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Find out how to highlight a cause, express a point of view, and tell a story with Adobe Premiere Pro and some essential documentary editing techniques. This course breaks down the documentary process into a series of stages that correspond to the milestones of a real client project. Starting with existing footage, you'll discover how to identify the key messaging concepts and log the footage. Then find out how to assemble rough and fine-tuned cuts, and layer in motion graphics and a credit roll. The final phase explores color correction and audio mixing, before exporting your final movie.
This course is part of a series that looks at Documentary Editing from the point of view of 3 different editors in 3 different editing applications. For more insight on editing documentary projects, take a look at Documentary Editing with Avid Media Composer and Documentary Editing with Final Cut Pro X.
Along with interviews the other major ingredient for a documentary are observational shots and sequences, also called B-roll. Basically, shots of things happening. We're already in our Metalogging setup, but I want to take a closer look at the B-roll and an easy way to do that is going to be to go full screen with this frame using the Tilde key, and then I also want to switch over to thumbnails. So I basically see all of my B-roll just spread out in front of me, and just by mousing over, I'm able to scroll, see what these shots are all about. So here are some of the things I notice.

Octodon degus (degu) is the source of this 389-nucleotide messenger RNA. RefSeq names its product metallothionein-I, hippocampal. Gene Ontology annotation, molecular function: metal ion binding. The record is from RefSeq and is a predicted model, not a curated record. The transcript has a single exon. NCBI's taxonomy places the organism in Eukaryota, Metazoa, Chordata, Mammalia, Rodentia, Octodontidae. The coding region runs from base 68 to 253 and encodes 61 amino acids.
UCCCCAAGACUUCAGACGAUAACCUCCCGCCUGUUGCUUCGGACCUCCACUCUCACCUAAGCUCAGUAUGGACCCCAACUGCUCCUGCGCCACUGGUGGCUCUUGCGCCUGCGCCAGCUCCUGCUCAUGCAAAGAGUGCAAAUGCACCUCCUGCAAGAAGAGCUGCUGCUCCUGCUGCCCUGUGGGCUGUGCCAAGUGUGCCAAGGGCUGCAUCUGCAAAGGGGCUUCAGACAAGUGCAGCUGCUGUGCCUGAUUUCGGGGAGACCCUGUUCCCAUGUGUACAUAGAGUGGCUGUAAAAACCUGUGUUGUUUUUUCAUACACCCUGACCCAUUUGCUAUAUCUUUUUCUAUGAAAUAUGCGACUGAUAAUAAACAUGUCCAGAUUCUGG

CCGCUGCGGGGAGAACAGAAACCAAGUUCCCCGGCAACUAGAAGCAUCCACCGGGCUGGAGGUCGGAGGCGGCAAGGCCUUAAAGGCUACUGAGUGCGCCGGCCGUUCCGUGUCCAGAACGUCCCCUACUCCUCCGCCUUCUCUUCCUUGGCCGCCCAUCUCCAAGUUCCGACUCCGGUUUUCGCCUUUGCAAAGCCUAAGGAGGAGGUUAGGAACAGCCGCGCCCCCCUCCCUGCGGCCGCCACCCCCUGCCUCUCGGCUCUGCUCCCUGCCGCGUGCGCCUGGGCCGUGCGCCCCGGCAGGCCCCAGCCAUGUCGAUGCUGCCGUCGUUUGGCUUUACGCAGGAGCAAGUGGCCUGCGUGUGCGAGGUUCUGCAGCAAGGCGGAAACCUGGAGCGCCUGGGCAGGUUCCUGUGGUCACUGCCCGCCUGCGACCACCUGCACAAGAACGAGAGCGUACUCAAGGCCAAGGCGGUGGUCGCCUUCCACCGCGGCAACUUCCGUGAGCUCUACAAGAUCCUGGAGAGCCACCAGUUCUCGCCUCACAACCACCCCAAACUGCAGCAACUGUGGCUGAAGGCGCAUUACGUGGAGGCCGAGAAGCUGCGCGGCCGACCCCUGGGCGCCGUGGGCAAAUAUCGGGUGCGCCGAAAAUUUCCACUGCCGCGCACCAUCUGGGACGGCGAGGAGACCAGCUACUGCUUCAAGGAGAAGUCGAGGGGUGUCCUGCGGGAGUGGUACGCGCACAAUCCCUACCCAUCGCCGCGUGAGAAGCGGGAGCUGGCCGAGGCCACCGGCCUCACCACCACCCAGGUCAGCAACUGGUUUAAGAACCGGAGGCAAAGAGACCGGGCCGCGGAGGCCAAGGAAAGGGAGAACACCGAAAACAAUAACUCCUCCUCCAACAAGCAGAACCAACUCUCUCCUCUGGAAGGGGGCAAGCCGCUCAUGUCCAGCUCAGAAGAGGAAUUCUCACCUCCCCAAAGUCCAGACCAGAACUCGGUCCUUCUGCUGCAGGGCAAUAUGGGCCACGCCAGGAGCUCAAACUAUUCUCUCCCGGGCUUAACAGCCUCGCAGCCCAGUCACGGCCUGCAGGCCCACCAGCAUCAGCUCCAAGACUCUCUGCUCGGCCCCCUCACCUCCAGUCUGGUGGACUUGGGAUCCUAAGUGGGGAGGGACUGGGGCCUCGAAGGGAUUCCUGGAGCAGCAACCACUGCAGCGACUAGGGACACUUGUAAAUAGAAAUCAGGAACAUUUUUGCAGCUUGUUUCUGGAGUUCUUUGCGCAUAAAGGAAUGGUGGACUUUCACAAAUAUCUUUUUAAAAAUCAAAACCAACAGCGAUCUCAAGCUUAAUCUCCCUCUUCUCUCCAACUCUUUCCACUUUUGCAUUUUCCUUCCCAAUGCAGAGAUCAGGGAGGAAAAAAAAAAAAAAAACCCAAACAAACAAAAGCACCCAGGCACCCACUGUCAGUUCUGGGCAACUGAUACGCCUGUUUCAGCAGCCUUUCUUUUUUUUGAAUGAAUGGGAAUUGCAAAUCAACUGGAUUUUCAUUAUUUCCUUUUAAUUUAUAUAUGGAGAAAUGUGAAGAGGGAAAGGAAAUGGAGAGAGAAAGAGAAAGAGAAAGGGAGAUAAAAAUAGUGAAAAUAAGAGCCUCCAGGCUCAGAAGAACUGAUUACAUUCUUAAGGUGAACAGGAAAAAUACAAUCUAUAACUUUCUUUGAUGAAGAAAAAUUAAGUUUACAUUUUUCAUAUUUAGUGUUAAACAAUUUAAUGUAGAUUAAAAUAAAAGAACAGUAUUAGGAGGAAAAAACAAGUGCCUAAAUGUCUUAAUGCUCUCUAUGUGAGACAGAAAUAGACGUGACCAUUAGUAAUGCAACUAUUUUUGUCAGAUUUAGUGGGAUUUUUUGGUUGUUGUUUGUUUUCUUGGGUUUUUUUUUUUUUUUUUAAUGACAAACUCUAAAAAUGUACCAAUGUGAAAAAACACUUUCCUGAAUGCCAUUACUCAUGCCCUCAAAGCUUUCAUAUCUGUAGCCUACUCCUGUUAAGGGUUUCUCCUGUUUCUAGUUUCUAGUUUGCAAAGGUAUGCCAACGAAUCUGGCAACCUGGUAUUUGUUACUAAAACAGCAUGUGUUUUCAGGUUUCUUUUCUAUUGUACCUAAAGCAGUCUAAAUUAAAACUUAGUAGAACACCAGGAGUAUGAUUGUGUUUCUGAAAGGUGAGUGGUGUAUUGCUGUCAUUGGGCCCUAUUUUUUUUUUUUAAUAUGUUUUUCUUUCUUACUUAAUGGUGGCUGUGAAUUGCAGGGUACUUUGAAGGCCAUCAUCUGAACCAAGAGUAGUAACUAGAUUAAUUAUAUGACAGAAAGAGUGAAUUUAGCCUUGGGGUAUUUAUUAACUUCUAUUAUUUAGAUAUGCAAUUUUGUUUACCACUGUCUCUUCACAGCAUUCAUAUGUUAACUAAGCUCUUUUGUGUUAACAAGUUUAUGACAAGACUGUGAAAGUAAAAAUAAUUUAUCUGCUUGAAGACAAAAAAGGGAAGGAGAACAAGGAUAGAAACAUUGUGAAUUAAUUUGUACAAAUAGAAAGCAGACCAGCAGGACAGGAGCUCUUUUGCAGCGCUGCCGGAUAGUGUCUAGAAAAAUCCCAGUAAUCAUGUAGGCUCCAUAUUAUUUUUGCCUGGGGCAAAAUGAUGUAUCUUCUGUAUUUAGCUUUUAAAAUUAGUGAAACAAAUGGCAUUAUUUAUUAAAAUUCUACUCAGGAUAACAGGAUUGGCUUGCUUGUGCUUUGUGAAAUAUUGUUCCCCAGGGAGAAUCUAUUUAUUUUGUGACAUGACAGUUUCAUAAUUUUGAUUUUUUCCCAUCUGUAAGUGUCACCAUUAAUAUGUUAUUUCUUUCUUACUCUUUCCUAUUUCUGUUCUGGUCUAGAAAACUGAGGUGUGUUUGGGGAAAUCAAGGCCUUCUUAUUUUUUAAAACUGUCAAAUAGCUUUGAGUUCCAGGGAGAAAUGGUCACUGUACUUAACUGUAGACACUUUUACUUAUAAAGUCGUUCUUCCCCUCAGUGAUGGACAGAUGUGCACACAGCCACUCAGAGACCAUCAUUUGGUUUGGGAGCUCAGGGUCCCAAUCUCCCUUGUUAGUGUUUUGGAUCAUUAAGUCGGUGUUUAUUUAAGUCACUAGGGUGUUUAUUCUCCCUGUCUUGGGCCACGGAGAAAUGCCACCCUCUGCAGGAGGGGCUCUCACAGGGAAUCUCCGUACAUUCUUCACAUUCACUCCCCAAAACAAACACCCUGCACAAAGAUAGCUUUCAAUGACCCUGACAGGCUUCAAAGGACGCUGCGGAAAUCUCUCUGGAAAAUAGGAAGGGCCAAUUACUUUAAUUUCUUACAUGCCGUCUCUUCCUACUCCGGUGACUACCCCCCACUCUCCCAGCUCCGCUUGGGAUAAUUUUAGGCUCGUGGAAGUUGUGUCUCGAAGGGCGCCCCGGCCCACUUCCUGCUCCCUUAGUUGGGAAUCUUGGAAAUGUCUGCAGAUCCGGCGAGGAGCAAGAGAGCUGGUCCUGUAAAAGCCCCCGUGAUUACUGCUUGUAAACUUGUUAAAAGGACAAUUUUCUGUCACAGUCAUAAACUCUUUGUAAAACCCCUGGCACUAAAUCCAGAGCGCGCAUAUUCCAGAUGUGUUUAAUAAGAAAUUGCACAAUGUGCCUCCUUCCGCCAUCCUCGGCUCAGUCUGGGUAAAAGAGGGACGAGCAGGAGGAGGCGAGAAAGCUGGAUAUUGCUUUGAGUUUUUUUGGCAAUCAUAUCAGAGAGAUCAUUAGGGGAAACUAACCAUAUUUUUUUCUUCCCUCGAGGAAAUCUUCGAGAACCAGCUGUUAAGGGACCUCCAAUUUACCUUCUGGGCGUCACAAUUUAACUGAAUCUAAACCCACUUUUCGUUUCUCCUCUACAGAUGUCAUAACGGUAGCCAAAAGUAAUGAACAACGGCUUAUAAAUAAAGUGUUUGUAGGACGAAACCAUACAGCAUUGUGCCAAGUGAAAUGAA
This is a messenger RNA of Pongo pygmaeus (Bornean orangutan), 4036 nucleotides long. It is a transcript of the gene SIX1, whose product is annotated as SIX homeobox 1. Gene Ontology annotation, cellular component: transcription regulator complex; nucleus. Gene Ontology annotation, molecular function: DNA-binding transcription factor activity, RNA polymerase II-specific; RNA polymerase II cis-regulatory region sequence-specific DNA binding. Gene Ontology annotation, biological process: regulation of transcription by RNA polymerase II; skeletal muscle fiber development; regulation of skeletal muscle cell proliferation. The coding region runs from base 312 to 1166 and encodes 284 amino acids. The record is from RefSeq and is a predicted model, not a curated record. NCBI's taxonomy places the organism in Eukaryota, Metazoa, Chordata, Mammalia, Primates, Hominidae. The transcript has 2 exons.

First of all, I love intentional shooting, I like to be able to look at a glance and be like that's a shot of, that's a shot of a box, that's a shot of BD walking, this is a shot of a truck pulling out. It may seem like the simplest thing in the world, but one of the important things to learn about shooting B-roll is to be intentional to shoot something on purpose. The second thing I'm noticing, and you have to look a little closer is good variation of framing, I'm talking about wide shots, tight shots, and medium shots, and what I see is in a sequence like this you can't see it right-away, but this stays wide on our chef as he is talking and going through his herbs, and this shot--the B shot--even though it starts wide most of it is tight, and I can see right-away that I'm going to be able to connect this shot with this shot, and it's going to work well.
There is a lot of other places that I see that variation of framing. Nice wide, here, will be good for establishing, and a nice tight, here, on these radishes is going be nice during the Farmers Market scene. Two more things I've noticed and they're really important. One is good shots with people, and I mean candid shots, so I really like this here, because it's our main character named BD, but we have a nice long shot of him doing his thing in a natural way interacting with people and smiling.
So I like that a lot, and then I also like when there's clear sequencing when I can see that things are going to go together in a logical way, and without even scrolling over I already see that in a sequence where things are being picked here and here again with the variation in framing then produce is being packed, and eventually the truck drives away. Right in the early stages evaluating the footage I know that sequences like that are going to be truly valuable in the edit.
As an editor you may not always have complete control about what gets shot in the field. You always want to evaluate the footage you get, pick out the best stuff, give some feedback, and use it as a lesson for those opportunities when you really are out in the field directing your own shoot.
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